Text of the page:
An Unfolding Drama on the Dark Cold Sea Floor
Winds are forecast to be light (5-10 kts) and variable (although predominantly onshore in Chandeleur and Mississippi sound) continuing through Thursday. S/SE winds at 10 kts are expected to resume again Thursday afternoon/evening and continue through Friday. The MS Delta, Breton Sound, and Chandeleur Sound continue to be threatened by shoreline contacts throughout the forecast period. Although our trajectories indicate beached oil over the SE portion of the Delta, observations to date suggest surface oil is not crossing the MS river convergence zone. _NOAA PDF w/ Map
Latest news, photos, and videos of Deep Horizon oil spill
The containment vessel is at the spill site, and will be lowered to the seafloor today by a special crane vessel, of Norwegian registry.
The dome-like top of the structure is designed to act like a funnel and siphon the oil up through 5,000 feet of pipe and onto a tanker at the surface. Oil has been gushing into the Gulf of Mexico at a rate of at least 200,000 gallons a day since an offshore drilling rig exploded and sank last month, killing 11 people.
"We're a little anxious. They're gonna try everything they can. If it don't work, they'll try something else," Capt. Demi Shaffer told The Associated Press aboard his boat just after it set off. The AP is the only news organization with access to the containment effort.
A 12-man crew aboard a supply boat was carrying the precious cargo. The 280-foot Joe Griffin, owned by Edison Chouest Offshore, also was involved in helping fight the fire that resulted from the oil rig explosion. The vessel is named for a boat captain who worked with company founder Edison Chouest, when Chouest was still in the shrimping business.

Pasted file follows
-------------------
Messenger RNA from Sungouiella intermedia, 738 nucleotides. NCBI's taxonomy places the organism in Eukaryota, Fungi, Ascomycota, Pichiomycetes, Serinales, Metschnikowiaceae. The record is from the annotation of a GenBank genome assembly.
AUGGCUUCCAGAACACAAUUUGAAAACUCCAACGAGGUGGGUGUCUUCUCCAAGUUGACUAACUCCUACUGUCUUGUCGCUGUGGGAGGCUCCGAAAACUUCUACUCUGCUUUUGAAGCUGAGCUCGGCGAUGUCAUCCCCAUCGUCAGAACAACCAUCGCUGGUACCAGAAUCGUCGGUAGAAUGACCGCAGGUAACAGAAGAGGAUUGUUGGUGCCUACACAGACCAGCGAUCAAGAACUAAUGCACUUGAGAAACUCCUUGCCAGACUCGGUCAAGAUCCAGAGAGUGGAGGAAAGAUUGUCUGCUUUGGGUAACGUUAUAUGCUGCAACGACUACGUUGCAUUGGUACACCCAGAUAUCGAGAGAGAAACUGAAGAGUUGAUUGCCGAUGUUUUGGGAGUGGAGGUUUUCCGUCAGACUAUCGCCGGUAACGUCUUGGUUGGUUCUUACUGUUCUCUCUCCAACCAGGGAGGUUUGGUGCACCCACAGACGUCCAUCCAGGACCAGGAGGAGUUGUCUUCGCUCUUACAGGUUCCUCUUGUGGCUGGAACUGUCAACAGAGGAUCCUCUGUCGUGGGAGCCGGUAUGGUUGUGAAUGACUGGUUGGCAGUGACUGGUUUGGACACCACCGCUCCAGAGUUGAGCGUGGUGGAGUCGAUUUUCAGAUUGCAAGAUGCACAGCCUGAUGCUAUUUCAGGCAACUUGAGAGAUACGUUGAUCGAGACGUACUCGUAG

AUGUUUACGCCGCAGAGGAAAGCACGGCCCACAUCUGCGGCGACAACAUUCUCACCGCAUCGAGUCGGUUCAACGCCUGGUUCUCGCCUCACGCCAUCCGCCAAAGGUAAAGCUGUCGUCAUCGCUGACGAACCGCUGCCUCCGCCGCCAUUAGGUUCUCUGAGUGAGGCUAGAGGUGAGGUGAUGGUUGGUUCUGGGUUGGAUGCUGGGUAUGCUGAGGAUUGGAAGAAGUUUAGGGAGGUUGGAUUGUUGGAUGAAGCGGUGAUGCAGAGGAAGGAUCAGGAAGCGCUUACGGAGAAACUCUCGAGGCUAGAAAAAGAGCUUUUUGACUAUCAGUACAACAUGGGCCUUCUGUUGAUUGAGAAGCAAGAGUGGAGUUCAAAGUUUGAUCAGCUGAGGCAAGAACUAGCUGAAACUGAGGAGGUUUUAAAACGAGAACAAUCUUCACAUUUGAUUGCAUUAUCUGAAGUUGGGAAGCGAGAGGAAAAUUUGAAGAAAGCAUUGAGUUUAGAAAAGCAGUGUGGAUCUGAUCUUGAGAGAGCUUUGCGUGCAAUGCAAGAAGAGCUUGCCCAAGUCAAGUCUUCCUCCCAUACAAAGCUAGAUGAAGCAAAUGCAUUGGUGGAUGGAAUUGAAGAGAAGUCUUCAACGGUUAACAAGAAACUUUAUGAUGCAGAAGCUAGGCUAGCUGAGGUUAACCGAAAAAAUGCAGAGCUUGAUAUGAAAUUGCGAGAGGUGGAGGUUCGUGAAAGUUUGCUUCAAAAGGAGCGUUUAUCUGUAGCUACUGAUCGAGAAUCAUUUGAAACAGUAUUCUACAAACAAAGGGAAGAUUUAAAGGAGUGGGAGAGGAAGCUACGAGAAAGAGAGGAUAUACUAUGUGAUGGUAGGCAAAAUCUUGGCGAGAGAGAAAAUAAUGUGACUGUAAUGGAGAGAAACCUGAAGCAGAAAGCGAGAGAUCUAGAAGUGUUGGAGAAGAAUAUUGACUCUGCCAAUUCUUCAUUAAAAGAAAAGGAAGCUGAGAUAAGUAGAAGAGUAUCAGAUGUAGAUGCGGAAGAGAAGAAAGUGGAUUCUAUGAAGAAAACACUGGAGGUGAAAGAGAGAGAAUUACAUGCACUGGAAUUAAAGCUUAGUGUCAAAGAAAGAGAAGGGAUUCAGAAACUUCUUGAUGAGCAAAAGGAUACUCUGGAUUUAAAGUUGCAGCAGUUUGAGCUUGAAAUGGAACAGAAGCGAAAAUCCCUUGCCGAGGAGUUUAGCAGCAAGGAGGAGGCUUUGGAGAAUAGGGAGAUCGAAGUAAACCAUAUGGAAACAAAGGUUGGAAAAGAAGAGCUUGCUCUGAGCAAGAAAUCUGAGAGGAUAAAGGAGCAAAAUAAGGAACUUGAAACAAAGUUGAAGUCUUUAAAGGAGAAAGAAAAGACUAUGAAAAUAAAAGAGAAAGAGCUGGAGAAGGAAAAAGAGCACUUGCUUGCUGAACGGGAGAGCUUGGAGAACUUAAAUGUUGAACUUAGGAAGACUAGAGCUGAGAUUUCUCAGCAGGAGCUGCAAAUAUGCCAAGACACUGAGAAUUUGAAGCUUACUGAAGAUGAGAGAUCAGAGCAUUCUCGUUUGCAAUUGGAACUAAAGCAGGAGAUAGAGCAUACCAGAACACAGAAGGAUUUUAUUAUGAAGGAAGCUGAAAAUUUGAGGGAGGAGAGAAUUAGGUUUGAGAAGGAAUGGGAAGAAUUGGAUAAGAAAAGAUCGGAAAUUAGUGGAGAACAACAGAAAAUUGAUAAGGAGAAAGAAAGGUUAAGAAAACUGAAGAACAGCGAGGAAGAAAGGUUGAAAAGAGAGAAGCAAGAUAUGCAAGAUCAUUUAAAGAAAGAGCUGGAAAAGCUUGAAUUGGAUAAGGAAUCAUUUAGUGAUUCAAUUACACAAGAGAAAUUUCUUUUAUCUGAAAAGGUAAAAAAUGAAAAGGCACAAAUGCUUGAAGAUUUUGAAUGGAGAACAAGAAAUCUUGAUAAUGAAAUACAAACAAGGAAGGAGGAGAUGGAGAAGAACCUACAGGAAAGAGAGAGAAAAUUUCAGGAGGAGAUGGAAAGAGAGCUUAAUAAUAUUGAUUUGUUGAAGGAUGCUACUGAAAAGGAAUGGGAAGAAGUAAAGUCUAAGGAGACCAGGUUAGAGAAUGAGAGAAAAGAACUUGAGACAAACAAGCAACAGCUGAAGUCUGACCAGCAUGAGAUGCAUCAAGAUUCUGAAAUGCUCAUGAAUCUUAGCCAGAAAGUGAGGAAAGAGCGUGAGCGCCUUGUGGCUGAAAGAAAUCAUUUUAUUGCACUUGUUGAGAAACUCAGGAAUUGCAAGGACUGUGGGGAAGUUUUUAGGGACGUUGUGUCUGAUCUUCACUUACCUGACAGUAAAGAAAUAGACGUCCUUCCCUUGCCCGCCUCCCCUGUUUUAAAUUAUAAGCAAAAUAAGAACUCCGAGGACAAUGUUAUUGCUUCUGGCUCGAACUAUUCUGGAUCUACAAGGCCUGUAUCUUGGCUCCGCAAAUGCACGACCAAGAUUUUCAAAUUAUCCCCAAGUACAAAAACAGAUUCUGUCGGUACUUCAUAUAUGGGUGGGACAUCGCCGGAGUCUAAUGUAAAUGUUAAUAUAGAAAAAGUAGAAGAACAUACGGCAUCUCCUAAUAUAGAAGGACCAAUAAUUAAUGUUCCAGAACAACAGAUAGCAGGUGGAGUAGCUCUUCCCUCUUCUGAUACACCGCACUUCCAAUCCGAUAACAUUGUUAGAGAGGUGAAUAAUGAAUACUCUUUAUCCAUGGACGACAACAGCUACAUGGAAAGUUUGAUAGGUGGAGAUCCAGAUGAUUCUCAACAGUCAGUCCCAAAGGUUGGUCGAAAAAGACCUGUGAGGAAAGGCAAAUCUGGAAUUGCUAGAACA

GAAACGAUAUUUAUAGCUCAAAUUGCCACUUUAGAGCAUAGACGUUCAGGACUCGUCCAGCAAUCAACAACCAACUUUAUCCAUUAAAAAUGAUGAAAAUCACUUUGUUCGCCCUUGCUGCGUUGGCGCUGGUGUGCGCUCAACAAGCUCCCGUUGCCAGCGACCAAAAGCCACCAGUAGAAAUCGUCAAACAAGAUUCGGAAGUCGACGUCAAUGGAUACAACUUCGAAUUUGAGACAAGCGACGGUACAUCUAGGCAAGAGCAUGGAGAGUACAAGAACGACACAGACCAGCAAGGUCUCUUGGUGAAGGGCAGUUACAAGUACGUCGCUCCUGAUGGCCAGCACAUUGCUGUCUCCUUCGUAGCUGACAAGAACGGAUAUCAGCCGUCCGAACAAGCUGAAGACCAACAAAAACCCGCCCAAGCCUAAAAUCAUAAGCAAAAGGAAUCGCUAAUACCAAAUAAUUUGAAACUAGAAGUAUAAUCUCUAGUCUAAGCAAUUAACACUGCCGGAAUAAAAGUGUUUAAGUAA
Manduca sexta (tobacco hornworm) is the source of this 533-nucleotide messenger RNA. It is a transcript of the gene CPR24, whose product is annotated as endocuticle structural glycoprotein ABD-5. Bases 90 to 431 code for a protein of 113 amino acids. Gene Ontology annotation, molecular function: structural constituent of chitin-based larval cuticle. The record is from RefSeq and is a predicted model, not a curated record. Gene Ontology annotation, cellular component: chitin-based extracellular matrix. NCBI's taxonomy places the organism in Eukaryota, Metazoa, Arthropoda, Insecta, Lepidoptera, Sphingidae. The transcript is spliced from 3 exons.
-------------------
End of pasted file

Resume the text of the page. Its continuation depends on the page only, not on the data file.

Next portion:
The operator of the oil rig, BP PLC, has tried several high-tech undersea tactics to cap the leak. The containment dome endeavor is unprecedented and engineers are fully aware of the risks.
First, crews need to properly position the four-story structure above the well as it sinks deep into the mud at the bottom of the Gulf with the help of a remote-controlled robotic submarine. A steel pipe will be attached to a tanker at the surface and connected to the top of the dome to move the oil.
"It's very dark down there ... and we will have lights on the (submersibles), and we know exactly where to put this and guide it into place," said David Clarkson, BP's vice president for project execution.
That process presents several challenges because of the frigid water temperature -- about 42 degrees Fahrenheit -- and exceptionally high pressure at those depths. Those conditions could cause the pipe to clog with what are known in the drilling industry as "ice plugs." To combat that problem, crews plan to continuously pump warm water and methanol down the pipe to dissolve the clogging.
They are also worried about volatile cocktail of oil, gas and water when it arrives on the ship above. Engineers believe the liquids can be safely separated without an explosion.
Coast Guard Rear Adm. Mary Landry tried to moderate expectations that the containment box would be a silver bullet.
"I know we are all hoping that this containment system will work, but I want to remind everybody that this containment system is a first of its kind deployed in 5,000 feet of water," Landry said. _NOLA
If the containment vessels can be successfully lowered over the two remaining leaks, the next step at the leak site could be to install a new blowout preventer to the main well pipe.
Labels: Oil Spills